The 7 stages of a tantruming toddler

This is my third round of toddlerhood and yet I’m still learning. Or perhaps my memory has been kind and just wiped out the horror of the past two times. Anyway. Here’s my quick guide to the seven stages of a tantruming toddler. You’ve been warned. Reminded. Or are sitting there nodding your head because it’s happening right now.

1. The Stand-Off

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Scenario: You can almost miss this first stage in the tantruming process. Are they smiling or crying? It’s hard to tell. Until they don’t move. At all. And perform the stand-off. ‘Who’s going to give in first. Me or you?’ That’s what your toddler is thinking right now.

Reason: They’re giving you a fair chance to work out what’s wrong. To see how good a parent you actually are. This is an IMPOSSIBLE task that you are destined to fail. I mean. It could be anything from the wrong socks to the wrong coat to the wrong weather conditions. Who the f*** knows?

Solution: Encouraging words (fail). Followed by threats (fail). And finally begging with chocolate.

2. The Warning

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Scenario: If the stand-off hasn’t worked and you haven’t resorted to bribery (well done) your toddler will progress to POINTING. To the thing they want. NOW. But even though they know what they want, you haven’t a clue. ‘Dat!’ they cry. ‘Dat!’ As you look on dumbfounded.

Reason: Pure frustration. That you are such an idiot parent and deliberately ignoring what they want. This is paramount to child neglect in their eyes.

Solution: Find out what they want and FAST. Before the tantrum progresses to stage 3.

3. The Pre-Meltdown

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Scenario: Things are getting serious. Your toddler is now losing the will to live. They’ve given you TWO chances to do what they want and you’ve messed up. TWICE. They’ll show you this very demonstratively by doing what is known as the Tantruming Downward Dog. Basically? Your toddler will rest their head on the floor and their bum in the air in a bid to show you just how pissed off they are.

Reason: ‘WHY ARE YOU DOING THIS TO ME?’ (what your toddler would say if they could speak.)

Solution: Unless you’re totally willing to give in to whatever demand your toddler is making (if you’ve even worked it out), there’s pretty much no going back once you reach this stage. It’s now about weathering the storm.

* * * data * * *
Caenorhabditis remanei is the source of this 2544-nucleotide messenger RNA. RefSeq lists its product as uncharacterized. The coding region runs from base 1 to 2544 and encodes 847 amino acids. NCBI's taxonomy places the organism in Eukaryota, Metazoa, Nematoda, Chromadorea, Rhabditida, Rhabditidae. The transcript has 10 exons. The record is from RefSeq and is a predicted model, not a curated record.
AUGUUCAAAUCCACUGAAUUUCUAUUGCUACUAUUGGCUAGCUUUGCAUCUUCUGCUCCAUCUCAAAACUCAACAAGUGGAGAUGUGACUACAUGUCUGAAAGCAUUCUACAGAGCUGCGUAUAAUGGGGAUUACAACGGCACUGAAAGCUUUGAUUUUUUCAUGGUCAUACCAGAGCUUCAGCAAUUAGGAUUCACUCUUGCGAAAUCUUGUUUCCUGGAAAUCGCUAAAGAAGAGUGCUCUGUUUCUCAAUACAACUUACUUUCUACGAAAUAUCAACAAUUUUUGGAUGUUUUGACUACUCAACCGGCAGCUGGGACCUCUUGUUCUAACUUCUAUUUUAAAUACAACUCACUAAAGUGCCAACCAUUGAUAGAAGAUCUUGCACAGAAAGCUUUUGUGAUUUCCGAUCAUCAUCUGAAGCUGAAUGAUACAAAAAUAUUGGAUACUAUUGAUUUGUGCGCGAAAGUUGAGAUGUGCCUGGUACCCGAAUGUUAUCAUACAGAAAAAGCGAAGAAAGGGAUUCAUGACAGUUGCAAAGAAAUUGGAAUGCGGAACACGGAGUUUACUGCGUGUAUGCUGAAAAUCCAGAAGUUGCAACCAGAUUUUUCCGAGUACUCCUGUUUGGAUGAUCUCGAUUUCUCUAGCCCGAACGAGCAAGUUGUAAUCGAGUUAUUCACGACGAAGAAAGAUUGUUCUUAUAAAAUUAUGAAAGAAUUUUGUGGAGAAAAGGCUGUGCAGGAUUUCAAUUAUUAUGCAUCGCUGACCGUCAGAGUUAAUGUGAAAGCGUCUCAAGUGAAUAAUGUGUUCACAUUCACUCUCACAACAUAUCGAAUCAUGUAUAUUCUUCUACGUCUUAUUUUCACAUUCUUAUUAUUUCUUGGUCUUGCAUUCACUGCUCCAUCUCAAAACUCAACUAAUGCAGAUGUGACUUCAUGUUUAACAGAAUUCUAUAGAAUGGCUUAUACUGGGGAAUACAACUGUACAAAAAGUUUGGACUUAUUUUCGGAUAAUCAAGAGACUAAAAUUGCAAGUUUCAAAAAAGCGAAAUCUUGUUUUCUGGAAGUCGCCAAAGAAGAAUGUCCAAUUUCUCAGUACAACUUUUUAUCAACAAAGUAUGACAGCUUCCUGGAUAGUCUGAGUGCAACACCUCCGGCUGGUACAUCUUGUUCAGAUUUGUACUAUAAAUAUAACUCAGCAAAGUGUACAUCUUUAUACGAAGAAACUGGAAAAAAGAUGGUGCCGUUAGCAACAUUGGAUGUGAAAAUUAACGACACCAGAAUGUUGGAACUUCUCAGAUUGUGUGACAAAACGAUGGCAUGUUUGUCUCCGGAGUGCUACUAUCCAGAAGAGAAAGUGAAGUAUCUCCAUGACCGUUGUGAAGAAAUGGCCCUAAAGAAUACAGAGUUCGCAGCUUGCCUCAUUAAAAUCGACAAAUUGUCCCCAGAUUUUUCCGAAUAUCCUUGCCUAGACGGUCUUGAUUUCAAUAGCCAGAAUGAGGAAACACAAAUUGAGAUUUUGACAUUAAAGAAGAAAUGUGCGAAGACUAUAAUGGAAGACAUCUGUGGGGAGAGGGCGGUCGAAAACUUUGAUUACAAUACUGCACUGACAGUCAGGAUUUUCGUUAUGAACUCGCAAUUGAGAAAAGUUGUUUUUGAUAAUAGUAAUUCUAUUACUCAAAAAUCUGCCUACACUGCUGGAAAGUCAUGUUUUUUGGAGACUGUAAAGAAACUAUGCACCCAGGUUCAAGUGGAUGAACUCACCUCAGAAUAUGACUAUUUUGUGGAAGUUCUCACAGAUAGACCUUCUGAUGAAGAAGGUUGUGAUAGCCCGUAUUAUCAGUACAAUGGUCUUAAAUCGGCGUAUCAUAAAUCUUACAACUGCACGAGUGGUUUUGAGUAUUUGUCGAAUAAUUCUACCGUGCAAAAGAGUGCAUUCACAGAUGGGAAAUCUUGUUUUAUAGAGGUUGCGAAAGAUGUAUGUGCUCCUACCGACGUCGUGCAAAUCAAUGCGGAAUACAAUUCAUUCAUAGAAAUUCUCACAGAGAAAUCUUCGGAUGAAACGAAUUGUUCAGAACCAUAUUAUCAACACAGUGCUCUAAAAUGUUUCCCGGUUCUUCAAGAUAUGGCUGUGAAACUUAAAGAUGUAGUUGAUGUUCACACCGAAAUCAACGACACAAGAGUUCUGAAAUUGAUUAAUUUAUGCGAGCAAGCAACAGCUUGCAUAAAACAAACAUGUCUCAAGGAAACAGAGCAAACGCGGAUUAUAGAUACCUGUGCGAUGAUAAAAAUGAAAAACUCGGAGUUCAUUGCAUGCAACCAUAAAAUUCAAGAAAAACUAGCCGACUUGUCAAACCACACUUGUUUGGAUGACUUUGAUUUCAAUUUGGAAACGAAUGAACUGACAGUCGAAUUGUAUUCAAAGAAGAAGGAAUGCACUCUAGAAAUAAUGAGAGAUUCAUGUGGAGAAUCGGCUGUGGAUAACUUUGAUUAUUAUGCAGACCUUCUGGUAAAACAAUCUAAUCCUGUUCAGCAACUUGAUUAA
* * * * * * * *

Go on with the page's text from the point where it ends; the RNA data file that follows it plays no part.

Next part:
4. The Bounce

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Scenario: Laying down isn’t getting your toddler anywhere. So now they’ll try motion AND noise. This basically involves jumping up and down in rhythm with their wails. If you’re at home, you’re likely finding this quite amusing by now. If you’re out in public, you’re probably pretending this child isn’t yours.

Reason: Pure rage. At this point your toddler can’t even remember what it is they wanted.

Solution: Step away from the toddler. And don’t look them in the eye. Whatever you do.

5. The Emotional Appeal

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Scenario: This is a sure sign your toddler is running out of tactics. So they’ll try pulling at your heartstrings. Maybe you’ll let them wear their muddy wellies indoors if they show you just how much it means to them. Those RSPCA adverts with the sad donkey haven’t got anything on your toddler.

Reason: They can’t believe you’re still in the game. ‘HOW have you not caved already?’ they’re thinking. ‘Look how sad I am!’

Solution: Don’t fall for it. You’ve come too far.

6. The Head Flip

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Scenario: They hate you.

Reason: In summary? You’ve ruined their life. Because you’re stubborn and mean and wouldn’t let them have one more bauble off the Christmas tree.

Solution: Gin.

7. The End


Scenario: Your toddler’s exhausted themselves from too much riding on that emotional rollercoaster. There’s nothing left to do now but have a little lie down. And sob. Loudly.

Reason: Stages 1-6.

Solution: Step over them. Or wait. With any luck your toddler will fall asleep where they’re lying.

Share with any parents of toddlers or anyone who might want to reminisce (although why would they?). I’d also just like to add that no toddlers were harmed in the making of this blog post. Despite what the pictures may suggest. Like the FB page for more.

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    4 thoughts on “The 7 stages of a tantruming toddler

    1. KIm

      We were late for school this morning. Like proper late. We had to sign a book and everything! The booked had a column titled “reason” the box wasn’t big enough to write much in. I went with “Life”. The truth – Two tantrums and a removal of shoes on the school run! (oh and a poo) ((the dog, not me! :-0)) xx

    2. Claire Ford

      I am a mum but also a preschool teacher so deal with tantrums a hundred times a day from a hundred different children and this post is spot on. The same pattern every time. Thank you for the giggle

        1. Sue

          The problem with a phase is that no sooner have they grown out of one phase they grow into another one, just as testing and obscure as the previous one!! But the 20/20 rose tinted goggles of hindsight is a wonderful thing and you look back at them with amusement and fondness.


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